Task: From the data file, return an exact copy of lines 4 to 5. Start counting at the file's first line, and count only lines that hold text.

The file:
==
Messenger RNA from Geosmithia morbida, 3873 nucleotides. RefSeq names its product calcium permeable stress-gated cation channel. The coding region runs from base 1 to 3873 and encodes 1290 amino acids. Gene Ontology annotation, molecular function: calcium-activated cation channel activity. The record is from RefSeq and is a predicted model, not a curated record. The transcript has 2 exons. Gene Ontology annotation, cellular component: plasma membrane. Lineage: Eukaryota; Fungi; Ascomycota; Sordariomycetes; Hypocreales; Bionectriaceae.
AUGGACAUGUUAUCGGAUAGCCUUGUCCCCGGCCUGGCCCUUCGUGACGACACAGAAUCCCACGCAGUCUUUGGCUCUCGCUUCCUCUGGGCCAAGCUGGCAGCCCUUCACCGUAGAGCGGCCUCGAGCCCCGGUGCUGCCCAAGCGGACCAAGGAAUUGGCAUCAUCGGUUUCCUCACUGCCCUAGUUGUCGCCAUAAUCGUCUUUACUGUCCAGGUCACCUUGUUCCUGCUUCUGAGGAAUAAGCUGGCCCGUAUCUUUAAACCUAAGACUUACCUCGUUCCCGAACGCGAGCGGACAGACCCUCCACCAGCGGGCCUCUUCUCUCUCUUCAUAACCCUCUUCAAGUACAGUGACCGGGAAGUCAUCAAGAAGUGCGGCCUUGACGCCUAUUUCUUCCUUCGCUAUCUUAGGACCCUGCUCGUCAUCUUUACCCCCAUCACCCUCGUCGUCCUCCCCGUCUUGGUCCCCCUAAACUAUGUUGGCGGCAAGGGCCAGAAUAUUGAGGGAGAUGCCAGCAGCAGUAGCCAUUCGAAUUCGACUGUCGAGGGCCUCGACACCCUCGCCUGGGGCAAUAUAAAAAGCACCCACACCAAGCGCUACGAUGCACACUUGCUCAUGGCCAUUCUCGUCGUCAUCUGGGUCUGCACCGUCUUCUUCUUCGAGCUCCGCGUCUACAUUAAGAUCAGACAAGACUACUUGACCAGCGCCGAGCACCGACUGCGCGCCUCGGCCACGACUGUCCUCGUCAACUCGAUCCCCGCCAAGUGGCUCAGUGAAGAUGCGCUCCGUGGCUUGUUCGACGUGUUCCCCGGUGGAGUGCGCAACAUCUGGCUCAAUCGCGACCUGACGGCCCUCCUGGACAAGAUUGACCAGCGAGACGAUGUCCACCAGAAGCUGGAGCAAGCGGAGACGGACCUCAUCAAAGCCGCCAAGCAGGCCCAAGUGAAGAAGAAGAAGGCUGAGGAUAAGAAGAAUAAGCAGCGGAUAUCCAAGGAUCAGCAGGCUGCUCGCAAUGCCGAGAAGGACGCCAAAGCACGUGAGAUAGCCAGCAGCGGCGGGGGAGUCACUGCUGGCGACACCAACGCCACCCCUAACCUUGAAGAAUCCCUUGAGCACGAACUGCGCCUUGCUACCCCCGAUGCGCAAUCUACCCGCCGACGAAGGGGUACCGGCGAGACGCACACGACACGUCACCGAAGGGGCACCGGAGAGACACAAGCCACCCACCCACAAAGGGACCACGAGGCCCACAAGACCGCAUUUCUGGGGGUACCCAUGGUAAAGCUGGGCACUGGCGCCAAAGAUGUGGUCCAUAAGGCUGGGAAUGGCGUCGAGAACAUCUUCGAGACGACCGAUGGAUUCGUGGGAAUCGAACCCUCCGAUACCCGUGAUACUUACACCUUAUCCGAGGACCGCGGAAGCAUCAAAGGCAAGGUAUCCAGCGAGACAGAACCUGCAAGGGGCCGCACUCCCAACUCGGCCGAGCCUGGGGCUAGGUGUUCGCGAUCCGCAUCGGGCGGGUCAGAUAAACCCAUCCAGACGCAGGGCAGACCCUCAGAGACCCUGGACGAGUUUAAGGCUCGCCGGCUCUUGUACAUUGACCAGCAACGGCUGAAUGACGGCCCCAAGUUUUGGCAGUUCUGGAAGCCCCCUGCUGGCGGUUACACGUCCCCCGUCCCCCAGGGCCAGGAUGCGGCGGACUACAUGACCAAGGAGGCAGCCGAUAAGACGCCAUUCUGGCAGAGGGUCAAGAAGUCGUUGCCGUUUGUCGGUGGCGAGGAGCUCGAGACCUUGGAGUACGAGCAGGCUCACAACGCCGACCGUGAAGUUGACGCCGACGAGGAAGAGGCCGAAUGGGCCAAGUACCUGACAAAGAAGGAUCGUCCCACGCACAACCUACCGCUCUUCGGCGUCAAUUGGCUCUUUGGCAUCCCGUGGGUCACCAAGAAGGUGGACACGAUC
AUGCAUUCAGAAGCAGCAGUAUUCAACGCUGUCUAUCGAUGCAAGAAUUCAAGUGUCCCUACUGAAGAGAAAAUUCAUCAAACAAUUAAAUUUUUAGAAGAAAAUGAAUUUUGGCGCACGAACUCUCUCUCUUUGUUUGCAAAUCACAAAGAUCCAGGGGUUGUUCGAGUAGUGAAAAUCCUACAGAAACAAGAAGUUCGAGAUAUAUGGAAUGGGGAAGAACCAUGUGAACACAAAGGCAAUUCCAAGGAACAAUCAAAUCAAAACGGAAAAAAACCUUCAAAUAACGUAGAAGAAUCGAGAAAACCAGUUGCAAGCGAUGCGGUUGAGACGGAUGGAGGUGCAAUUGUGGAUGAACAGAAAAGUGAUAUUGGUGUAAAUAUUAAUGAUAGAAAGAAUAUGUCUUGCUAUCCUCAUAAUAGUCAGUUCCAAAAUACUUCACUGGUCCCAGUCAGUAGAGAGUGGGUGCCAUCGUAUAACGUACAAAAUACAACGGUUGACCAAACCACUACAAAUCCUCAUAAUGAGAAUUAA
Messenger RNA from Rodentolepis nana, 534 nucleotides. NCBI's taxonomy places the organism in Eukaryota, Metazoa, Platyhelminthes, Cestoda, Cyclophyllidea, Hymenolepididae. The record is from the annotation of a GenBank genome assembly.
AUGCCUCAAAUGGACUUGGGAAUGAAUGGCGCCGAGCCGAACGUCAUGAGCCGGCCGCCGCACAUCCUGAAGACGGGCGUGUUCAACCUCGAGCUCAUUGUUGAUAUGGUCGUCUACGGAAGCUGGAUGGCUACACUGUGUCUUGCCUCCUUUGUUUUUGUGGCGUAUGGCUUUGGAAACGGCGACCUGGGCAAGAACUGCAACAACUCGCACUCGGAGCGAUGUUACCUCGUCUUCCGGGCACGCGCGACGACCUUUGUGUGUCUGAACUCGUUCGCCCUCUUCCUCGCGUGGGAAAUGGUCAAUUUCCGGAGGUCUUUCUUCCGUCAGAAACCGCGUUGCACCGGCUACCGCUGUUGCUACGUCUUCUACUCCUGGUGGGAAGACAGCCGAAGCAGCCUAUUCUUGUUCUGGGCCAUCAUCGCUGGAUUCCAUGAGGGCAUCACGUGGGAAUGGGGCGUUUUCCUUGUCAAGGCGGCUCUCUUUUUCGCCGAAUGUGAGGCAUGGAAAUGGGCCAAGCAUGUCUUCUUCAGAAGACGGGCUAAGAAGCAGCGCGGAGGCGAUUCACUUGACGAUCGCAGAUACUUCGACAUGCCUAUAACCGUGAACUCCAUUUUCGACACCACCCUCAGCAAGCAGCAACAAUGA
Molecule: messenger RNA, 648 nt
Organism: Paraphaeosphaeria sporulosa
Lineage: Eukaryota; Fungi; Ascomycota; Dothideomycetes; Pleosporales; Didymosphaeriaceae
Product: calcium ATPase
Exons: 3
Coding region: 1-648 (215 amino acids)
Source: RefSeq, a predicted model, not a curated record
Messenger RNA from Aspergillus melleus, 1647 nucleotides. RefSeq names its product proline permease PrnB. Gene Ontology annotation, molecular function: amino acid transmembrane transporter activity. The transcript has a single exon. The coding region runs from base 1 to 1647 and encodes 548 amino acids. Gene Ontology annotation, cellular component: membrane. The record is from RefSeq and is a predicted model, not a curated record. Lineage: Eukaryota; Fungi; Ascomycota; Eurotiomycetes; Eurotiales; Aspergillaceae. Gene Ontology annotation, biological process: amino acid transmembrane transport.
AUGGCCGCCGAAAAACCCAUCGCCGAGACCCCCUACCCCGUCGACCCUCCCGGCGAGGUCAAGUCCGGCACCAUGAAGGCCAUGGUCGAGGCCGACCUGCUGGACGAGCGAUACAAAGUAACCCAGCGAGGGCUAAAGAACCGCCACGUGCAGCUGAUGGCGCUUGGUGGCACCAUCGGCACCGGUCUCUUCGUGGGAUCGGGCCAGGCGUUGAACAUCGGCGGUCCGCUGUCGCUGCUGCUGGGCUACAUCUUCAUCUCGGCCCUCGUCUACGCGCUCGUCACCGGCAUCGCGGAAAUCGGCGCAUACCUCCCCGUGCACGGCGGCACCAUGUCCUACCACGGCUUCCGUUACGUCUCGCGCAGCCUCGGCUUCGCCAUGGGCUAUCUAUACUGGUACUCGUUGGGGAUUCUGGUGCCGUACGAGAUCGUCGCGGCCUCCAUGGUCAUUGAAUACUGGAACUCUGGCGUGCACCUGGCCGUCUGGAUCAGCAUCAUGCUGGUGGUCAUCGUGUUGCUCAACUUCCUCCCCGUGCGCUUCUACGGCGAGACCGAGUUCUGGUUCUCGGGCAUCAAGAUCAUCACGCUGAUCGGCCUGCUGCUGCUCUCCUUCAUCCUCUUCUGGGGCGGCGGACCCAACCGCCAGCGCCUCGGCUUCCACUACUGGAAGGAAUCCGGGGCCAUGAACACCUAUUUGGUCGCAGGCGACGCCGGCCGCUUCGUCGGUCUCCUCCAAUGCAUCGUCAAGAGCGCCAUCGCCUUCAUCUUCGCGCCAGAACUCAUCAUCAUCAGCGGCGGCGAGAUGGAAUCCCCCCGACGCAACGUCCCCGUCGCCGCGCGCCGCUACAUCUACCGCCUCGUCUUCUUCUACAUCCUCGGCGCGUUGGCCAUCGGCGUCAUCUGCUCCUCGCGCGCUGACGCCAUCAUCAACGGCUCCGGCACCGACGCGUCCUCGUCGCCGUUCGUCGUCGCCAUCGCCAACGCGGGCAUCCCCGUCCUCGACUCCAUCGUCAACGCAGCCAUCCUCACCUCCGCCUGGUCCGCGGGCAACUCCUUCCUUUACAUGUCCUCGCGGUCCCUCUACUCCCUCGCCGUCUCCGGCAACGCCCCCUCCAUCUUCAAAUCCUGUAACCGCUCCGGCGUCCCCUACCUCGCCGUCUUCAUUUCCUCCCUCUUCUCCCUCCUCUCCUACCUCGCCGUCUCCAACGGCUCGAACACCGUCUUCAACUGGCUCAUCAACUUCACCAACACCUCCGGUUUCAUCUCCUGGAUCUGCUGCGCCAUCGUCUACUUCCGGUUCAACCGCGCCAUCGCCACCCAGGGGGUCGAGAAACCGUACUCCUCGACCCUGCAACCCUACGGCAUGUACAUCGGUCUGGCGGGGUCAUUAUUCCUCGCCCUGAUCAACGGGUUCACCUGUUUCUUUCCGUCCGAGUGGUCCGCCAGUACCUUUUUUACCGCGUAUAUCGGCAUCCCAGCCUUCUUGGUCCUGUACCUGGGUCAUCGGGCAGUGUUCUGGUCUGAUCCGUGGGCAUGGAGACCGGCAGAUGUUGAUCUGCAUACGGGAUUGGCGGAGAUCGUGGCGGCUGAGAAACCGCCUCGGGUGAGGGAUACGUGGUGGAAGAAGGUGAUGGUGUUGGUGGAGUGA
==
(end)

Messenger RNA from Rodentolepis nana, 534 nucleotides. NCBI's taxonomy places the organism in Eukaryota, Metazoa, Platyhelminthes, Cestoda, Cyclophyllidea, Hymenolepididae. The record is from the annotation of a GenBank genome assembly.
AUGCCUCAAAUGGACUUGGGAAUGAAUGGCGCCGAGCCGAACGUCAUGAGCCGGCCGCCGCACAUCCUGAAGACGGGCGUGUUCAACCUCGAGCUCAUUGUUGAUAUGGUCGUCUACGGAAGCUGGAUGGCUACACUGUGUCUUGCCUCCUUUGUUUUUGUGGCGUAUGGCUUUGGAAACGGCGACCUGGGCAAGAACUGCAACAACUCGCACUCGGAGCGAUGUUACCUCGUCUUCCGGGCACGCGCGACGACCUUUGUGUGUCUGAACUCGUUCGCCCUCUUCCUCGCGUGGGAAAUGGUCAAUUUCCGGAGGUCUUUCUUCCGUCAGAAACCGCGUUGCACCGGCUACCGCUGUUGCUACGUCUUCUACUCCUGGUGGGAAGACAGCCGAAGCAGCCUAUUCUUGUUCUGGGCCAUCAUCGCUGGAUUCCAUGAGGGCAUCACGUGGGAAUGGGGCGUUUUCCUUGUCAAGGCGGCUCUCUUUUUCGCCGAAUGUGAGGCAUGGAAAUGGGCCAAGCAUGUCUUCUUCAGAAGACGGGCUAAGAAGCAGCGCGGAGGCGAUUCACUUGACGAUCGCAGAUACUUCGACAUGCCUAUAACCGUGAACUCCAUUUUCGACACCACCCUCAGCAAGCAGCAACAAUGA